October 1, 2015    View Comment    

On Change Ahead: Cutting Carbon from U.S. Highways


Obviously the solution to reducing U.S. on-road carbon emissions is consuming less petroleum motor fuels.  What this article and referenced study over look is the fact that cellulosic biofuels have negative NEV’s or consume more fossil fuels energy than is produced in the biofuel finished product, EV’s are hardly carbon free including the full lifecycle emissions and power generation sources, and the fact that the behavioral change begins with substantially reduced vehicle usage, or VMT’s.  What’s the odds of U.S. residents largely getting out of the vehicles and staying at home most the year in the future?  If social media is the center to your life, maybe not a big change.  If you must commute to your job, like to take vacations to see the country/world, or need to access most goods and services (food, medical care, clothing…) more than a few blocks from where you live, the assumptions used in this reduced highway carbon study may not be very feasible.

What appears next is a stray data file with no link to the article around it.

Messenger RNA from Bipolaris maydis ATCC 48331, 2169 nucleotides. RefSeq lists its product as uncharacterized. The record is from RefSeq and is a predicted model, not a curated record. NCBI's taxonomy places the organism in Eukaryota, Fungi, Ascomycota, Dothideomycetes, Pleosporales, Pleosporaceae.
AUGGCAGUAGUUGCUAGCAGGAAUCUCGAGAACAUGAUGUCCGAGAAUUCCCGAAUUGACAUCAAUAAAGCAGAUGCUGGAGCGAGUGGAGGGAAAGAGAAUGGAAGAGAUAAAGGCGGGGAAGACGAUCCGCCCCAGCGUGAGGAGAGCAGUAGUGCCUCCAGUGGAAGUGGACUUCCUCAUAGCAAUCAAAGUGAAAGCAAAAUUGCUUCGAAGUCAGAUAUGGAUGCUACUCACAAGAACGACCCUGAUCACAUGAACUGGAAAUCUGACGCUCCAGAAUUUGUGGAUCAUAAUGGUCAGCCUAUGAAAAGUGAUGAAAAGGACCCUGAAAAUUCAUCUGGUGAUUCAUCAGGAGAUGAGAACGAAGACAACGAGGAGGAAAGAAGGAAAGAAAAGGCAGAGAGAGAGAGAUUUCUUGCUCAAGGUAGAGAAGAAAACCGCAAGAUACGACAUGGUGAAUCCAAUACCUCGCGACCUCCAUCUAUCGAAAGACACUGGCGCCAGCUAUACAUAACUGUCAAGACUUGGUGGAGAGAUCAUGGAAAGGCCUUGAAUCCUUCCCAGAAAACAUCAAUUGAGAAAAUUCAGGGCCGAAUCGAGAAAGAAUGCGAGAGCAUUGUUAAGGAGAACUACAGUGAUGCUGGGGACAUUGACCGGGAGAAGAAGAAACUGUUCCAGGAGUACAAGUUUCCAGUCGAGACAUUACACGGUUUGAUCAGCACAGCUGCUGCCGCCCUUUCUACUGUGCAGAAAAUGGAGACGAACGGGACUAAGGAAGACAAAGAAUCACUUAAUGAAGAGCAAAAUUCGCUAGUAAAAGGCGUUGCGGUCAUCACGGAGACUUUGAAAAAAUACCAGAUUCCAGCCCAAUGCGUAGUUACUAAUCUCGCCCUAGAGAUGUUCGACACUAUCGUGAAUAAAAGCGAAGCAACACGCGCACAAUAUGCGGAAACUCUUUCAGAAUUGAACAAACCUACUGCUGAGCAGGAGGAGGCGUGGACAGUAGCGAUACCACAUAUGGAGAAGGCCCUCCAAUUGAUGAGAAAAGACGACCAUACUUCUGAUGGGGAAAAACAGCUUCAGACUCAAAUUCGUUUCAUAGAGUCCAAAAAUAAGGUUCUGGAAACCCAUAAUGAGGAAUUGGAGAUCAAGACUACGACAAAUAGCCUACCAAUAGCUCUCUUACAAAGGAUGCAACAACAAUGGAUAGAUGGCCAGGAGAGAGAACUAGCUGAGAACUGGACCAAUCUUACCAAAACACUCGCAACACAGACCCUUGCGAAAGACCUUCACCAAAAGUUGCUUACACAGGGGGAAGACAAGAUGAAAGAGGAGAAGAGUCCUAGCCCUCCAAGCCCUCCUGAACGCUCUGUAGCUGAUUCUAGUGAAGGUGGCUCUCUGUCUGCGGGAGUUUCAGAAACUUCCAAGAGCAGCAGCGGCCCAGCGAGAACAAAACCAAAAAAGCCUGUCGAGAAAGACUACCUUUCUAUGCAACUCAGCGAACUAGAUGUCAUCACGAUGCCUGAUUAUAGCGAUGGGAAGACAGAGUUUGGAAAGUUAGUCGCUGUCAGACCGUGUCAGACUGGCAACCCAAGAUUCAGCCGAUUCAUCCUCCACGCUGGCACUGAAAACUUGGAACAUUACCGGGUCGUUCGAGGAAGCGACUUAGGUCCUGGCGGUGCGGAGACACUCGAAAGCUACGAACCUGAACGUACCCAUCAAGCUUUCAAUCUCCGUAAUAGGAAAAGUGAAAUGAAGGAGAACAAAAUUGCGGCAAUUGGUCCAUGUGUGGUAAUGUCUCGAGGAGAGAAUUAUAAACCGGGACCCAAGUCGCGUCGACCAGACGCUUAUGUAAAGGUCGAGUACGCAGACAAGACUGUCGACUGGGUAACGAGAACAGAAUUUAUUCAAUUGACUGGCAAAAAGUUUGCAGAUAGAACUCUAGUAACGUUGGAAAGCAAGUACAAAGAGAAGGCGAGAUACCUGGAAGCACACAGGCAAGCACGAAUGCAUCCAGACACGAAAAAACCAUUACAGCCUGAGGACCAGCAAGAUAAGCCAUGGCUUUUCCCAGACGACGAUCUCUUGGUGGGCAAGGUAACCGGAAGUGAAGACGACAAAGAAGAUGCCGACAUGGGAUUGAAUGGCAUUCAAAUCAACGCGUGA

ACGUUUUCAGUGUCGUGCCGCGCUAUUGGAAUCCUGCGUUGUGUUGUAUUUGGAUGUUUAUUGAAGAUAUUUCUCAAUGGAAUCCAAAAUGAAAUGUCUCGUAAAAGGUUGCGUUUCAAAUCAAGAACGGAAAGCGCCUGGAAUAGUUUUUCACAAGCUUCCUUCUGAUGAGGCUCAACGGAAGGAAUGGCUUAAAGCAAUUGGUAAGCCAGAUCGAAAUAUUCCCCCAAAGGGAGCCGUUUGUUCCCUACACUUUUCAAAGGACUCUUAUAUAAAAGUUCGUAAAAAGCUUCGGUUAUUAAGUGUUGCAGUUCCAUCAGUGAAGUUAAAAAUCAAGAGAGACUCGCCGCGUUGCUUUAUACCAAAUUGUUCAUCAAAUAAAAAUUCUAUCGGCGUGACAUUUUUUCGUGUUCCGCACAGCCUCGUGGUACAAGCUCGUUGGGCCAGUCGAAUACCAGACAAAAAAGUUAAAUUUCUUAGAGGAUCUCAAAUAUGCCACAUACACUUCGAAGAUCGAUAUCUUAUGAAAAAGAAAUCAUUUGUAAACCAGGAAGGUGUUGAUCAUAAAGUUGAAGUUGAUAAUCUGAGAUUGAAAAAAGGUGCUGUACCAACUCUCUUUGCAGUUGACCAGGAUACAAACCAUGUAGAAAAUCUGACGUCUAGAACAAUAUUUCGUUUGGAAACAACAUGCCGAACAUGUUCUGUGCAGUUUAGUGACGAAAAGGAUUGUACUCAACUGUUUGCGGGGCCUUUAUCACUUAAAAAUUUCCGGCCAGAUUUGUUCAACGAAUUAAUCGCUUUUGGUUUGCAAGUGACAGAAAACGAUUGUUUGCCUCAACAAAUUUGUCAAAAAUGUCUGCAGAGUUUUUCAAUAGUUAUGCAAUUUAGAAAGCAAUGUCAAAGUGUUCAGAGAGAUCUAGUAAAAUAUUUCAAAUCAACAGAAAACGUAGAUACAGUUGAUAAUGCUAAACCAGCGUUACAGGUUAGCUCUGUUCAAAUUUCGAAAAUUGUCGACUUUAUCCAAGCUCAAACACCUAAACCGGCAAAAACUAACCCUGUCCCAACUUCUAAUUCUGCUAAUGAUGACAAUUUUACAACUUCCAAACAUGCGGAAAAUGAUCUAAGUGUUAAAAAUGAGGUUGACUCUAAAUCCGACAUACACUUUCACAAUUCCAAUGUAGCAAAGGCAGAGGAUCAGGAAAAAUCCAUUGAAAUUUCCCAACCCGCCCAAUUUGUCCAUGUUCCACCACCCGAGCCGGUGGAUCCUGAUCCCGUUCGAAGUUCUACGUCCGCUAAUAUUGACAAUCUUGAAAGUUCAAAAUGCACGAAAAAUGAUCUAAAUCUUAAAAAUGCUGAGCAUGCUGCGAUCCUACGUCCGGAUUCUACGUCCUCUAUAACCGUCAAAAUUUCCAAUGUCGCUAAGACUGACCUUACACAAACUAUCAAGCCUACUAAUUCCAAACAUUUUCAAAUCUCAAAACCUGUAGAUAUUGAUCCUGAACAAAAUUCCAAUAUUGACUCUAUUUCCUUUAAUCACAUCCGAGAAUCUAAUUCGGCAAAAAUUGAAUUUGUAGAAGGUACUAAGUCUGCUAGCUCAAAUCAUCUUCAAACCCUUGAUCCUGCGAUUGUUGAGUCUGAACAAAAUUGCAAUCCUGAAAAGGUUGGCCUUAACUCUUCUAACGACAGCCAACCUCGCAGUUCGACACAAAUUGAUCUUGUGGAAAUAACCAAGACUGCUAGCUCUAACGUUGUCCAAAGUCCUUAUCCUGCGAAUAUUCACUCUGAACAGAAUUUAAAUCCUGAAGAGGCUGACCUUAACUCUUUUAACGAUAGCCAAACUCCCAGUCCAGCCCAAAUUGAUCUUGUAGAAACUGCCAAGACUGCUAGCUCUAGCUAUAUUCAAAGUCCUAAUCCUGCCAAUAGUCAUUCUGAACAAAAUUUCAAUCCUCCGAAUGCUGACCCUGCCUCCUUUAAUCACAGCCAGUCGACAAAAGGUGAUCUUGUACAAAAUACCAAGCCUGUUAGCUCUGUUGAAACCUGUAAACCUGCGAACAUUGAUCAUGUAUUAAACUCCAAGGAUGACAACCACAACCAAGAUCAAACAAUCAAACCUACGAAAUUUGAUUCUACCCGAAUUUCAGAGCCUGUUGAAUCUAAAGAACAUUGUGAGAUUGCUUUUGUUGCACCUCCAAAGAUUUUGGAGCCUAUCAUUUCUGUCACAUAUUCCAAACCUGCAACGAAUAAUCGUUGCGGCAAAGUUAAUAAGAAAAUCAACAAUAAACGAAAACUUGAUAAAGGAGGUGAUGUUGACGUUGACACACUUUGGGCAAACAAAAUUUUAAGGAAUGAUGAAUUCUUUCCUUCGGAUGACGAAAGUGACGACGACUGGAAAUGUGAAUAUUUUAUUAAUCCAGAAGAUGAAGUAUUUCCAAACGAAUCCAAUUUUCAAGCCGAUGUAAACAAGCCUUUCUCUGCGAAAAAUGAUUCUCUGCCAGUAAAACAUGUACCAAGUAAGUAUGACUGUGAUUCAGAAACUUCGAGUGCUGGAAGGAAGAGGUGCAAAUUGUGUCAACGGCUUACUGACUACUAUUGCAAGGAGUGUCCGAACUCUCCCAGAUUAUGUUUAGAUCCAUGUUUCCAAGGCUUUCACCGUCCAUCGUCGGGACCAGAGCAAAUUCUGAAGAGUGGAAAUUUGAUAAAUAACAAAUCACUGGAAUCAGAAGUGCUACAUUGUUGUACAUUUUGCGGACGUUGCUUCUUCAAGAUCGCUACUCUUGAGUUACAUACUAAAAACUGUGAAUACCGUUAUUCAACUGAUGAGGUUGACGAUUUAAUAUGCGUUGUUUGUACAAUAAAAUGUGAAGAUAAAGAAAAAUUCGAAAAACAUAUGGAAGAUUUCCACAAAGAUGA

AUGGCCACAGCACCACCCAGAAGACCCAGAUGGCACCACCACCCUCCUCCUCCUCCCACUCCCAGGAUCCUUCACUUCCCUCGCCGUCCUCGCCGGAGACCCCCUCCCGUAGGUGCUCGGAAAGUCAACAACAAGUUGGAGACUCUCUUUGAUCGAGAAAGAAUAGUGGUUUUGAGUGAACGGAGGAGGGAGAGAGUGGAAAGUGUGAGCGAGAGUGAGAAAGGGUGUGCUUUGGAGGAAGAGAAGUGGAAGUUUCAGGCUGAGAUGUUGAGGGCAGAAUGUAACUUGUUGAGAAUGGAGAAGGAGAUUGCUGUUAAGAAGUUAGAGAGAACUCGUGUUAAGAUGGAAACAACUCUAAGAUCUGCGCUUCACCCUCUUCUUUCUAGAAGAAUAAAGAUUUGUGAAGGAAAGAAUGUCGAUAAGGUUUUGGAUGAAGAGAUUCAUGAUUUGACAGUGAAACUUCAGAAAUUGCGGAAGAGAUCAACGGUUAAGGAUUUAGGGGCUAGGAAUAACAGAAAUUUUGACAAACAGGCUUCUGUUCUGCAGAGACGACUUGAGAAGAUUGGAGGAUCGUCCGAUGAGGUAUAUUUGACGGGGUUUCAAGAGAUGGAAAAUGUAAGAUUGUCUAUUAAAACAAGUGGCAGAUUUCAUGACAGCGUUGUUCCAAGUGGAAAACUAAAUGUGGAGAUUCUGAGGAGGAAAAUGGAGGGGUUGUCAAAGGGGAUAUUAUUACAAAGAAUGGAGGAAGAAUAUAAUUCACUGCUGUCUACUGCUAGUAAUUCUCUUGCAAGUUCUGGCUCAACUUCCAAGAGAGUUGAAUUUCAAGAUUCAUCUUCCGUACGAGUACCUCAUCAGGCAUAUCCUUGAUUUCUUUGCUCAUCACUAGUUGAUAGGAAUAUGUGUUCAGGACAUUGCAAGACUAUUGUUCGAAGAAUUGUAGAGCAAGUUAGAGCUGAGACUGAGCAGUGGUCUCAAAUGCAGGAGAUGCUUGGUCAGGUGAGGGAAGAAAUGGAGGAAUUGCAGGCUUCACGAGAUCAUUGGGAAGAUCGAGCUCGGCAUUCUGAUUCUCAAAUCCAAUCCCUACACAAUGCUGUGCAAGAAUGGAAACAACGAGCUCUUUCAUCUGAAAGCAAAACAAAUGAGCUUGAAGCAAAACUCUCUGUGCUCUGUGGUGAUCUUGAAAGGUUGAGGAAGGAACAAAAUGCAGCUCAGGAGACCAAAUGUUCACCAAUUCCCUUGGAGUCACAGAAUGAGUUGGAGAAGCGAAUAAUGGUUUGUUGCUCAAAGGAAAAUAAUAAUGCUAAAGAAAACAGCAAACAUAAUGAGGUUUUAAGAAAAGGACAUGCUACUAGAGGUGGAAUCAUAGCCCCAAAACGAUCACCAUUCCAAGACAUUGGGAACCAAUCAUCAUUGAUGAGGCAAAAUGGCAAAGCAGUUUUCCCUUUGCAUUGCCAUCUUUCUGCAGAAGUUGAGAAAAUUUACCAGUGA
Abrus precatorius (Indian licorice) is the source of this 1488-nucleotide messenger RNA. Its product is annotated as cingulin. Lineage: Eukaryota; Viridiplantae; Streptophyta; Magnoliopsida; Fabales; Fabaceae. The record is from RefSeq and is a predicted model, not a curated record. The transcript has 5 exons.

October 1, 2015    View Comment    

On Study: Electric Vehicles Can Dramatically Reduce Carbon Pollution from Transportation, and Improve Air Quality


Yes, on a total-overall vehicle fleet basis.  But total plug-in EV sales thru August of this year was about 72,000 vehicles  out of total vehicle sales of 5,300,000 purchased by consumers during the same period.  At this rate of EV sales, including relatively slow annual increased sales in recent years, it might take more than 35 years to replace the existing 250,000,000 on-road total registered U.S. vehicle fleet.


September 20, 2015    View Comment    

On Why Carbon Pricing Matters


Perhaps another question is: What matters most?  The world’s population and level of average living standards?  Or the belief that we can tax our way to someday to reducing the population’s ability to access the carbon based energy sources that have historically enabled the world’s population growth and current average living standards?  Before the significant access and use of fossil fuels, or about 1800, the world population was limited to about a maximum of 1.0 billion.  Over the past 200 years the availability and use of fossil fuels has enabled the population to grow to over 7 billion and it is predicted to grow by another 3 billion in the next 50 years or so.  Are you suggesting the solution to climate change is reducing the world’s total population?


September 19, 2015    View Comment